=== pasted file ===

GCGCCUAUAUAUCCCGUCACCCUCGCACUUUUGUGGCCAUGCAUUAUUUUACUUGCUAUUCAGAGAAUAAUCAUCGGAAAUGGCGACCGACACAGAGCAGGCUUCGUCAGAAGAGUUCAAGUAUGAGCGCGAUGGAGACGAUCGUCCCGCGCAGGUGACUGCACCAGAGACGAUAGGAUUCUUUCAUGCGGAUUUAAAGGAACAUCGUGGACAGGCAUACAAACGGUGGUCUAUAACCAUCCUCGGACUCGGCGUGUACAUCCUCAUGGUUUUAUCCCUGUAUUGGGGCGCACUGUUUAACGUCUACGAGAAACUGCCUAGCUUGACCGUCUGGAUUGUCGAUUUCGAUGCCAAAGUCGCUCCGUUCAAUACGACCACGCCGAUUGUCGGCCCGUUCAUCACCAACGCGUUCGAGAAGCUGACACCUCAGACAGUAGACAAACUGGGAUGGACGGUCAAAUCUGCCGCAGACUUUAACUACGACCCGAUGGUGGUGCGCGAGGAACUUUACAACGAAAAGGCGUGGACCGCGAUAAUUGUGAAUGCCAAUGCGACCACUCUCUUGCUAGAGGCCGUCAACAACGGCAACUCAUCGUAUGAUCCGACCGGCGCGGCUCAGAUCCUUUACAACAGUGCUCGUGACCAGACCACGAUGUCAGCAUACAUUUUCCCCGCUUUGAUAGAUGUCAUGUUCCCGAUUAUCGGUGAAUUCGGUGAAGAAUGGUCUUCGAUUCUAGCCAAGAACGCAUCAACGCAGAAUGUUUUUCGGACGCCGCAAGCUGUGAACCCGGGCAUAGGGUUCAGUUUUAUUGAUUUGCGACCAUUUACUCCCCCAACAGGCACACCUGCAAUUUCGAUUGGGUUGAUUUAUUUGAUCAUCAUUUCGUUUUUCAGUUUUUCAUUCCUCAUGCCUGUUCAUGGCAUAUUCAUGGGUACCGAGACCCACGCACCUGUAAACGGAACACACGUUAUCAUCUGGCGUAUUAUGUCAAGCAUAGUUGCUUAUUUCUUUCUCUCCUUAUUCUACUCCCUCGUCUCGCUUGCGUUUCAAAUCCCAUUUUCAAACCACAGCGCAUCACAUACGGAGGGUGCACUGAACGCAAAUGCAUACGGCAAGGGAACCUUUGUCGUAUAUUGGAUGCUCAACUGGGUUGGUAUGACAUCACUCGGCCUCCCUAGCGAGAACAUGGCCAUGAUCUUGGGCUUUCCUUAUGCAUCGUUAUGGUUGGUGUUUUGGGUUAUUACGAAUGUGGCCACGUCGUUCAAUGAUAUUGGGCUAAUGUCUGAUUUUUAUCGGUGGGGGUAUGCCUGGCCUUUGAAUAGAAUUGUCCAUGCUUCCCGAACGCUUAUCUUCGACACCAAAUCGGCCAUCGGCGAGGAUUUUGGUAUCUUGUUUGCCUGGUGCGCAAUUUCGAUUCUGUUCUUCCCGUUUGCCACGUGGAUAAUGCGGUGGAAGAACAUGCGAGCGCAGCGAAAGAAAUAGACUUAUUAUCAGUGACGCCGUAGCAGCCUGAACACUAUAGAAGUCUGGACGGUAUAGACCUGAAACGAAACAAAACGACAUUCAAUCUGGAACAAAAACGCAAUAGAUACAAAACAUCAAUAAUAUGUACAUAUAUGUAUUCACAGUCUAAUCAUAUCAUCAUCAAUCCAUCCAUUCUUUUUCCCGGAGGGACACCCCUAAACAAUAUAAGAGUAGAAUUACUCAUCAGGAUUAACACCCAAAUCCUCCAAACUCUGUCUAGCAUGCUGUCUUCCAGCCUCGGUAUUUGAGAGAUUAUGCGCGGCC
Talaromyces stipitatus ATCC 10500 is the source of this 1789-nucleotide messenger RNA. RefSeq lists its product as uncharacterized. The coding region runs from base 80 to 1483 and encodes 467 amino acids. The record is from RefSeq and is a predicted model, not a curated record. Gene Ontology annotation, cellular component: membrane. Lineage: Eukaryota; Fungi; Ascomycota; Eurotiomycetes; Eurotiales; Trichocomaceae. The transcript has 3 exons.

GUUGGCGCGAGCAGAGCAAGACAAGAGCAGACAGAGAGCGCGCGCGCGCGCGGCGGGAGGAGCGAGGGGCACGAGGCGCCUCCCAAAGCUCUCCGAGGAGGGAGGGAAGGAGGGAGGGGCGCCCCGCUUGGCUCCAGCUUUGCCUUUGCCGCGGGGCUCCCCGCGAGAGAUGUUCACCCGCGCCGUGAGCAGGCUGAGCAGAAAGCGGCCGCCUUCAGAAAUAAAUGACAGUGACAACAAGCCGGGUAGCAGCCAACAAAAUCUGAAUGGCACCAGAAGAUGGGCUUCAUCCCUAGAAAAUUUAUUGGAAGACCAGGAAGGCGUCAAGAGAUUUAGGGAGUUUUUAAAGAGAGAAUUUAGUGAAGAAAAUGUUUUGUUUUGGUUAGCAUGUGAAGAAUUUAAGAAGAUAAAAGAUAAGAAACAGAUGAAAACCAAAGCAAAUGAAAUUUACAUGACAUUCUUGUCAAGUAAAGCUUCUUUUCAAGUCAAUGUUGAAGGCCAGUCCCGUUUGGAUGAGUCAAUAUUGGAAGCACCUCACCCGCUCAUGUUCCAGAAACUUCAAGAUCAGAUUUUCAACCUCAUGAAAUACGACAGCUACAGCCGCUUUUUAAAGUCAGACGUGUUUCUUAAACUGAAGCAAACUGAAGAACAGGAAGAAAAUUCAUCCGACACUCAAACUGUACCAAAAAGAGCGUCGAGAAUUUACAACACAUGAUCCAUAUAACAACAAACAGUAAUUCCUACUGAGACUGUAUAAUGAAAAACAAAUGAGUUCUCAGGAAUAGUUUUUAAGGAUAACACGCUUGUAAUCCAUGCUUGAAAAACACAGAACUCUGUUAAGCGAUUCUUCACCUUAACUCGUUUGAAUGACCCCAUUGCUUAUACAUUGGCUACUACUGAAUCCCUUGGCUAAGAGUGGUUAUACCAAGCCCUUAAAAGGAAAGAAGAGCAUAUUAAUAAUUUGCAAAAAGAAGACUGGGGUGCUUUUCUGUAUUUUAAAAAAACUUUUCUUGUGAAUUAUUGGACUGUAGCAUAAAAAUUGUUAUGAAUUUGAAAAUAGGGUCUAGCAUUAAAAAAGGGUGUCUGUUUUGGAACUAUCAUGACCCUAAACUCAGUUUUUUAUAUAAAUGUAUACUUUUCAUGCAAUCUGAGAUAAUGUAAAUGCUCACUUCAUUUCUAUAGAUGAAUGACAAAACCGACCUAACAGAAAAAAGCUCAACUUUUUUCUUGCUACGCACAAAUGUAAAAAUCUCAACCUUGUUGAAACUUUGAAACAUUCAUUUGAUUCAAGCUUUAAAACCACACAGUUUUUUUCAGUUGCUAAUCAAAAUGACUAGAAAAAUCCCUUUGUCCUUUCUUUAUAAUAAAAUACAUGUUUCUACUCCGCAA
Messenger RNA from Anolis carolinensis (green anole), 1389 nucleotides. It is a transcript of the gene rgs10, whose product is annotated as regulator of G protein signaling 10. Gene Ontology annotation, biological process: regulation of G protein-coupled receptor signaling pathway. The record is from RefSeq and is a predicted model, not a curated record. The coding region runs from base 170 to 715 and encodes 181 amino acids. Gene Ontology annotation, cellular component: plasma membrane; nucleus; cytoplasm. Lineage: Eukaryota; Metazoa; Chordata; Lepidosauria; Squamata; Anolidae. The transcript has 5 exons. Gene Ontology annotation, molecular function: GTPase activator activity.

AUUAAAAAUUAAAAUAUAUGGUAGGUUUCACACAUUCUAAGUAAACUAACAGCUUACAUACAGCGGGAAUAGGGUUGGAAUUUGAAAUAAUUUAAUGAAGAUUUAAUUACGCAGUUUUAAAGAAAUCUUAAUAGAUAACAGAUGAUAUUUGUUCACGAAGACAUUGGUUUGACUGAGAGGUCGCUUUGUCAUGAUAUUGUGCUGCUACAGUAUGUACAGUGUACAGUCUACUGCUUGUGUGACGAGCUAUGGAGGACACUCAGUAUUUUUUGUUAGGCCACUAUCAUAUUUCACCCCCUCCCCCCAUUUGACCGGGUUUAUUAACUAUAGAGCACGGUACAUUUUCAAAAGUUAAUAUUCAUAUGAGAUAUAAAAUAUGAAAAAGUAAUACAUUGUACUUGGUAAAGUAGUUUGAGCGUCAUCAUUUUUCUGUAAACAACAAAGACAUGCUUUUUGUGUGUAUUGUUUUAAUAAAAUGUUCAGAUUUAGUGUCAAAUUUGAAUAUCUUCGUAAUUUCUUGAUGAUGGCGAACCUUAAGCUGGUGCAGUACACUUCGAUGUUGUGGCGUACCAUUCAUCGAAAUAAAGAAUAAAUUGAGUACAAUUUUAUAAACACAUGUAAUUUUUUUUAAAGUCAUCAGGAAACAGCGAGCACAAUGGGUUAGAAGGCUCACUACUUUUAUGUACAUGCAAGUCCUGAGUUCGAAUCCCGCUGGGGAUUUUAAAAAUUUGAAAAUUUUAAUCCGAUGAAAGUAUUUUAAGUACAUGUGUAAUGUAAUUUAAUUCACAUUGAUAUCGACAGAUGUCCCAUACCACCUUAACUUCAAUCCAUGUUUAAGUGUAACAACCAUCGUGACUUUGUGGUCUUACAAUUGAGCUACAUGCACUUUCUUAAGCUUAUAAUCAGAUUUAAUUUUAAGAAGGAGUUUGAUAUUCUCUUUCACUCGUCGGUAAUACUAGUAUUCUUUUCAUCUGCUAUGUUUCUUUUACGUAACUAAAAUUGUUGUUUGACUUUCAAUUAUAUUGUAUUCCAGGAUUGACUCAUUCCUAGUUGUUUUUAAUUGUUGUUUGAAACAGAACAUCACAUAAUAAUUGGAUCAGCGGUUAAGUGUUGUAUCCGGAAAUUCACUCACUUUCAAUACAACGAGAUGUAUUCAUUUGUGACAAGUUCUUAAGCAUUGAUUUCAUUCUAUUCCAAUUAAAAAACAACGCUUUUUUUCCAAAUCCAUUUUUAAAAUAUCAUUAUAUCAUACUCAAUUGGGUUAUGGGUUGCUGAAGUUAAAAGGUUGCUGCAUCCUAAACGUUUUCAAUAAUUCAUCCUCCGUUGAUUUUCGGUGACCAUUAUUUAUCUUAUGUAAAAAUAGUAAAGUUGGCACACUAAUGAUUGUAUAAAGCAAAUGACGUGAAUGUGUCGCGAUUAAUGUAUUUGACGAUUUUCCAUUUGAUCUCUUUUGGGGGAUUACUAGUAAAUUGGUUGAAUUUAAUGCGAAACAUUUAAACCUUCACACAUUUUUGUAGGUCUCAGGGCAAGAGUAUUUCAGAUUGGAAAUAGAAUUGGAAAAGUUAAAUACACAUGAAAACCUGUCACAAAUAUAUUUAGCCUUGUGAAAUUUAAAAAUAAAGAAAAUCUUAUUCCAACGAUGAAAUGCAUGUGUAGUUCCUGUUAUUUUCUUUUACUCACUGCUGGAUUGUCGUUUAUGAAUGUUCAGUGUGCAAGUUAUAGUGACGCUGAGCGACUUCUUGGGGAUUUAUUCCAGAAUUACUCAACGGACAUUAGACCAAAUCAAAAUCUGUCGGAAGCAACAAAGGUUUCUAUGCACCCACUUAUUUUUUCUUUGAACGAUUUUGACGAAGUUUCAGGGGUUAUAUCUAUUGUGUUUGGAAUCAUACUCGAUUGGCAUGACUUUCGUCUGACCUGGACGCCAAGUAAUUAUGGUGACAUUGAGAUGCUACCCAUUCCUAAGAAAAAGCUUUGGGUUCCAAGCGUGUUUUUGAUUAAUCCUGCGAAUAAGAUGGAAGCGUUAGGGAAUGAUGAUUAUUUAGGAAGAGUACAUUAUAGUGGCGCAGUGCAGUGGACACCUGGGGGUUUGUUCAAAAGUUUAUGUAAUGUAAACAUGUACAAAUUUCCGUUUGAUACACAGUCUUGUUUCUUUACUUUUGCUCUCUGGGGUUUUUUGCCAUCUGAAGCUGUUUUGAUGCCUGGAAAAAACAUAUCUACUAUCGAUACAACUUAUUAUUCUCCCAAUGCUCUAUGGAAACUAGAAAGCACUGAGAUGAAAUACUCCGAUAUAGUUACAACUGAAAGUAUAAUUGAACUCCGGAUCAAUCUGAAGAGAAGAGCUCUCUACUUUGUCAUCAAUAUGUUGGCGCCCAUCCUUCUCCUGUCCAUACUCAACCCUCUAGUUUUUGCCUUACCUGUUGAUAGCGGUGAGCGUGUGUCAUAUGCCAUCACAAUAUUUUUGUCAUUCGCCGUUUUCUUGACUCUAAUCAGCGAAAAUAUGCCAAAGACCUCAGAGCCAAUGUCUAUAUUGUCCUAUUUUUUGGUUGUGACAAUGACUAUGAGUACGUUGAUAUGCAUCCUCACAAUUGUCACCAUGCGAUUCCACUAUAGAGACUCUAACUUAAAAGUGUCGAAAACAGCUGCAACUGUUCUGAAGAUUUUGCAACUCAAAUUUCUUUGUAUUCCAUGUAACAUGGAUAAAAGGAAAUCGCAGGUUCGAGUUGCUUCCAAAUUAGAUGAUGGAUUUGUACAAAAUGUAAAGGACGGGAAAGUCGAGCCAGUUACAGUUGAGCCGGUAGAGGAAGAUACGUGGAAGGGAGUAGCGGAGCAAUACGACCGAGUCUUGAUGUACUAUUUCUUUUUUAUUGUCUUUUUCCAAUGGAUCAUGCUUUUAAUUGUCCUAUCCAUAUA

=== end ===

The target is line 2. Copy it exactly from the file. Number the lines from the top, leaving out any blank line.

Talaromyces stipitatus ATCC 10500 is the source of this 1789-nucleotide messenger RNA. RefSeq lists its product as uncharacterized. The coding region runs from base 80 to 1483 and encodes 467 amino acids. The record is from RefSeq and is a predicted model, not a curated record. Gene Ontology annotation, cellular component: membrane. Lineage: Eukaryota; Fungi; Ascomycota; Eurotiomycetes; Eurotiales; Trichocomaceae. The transcript has 3 exons.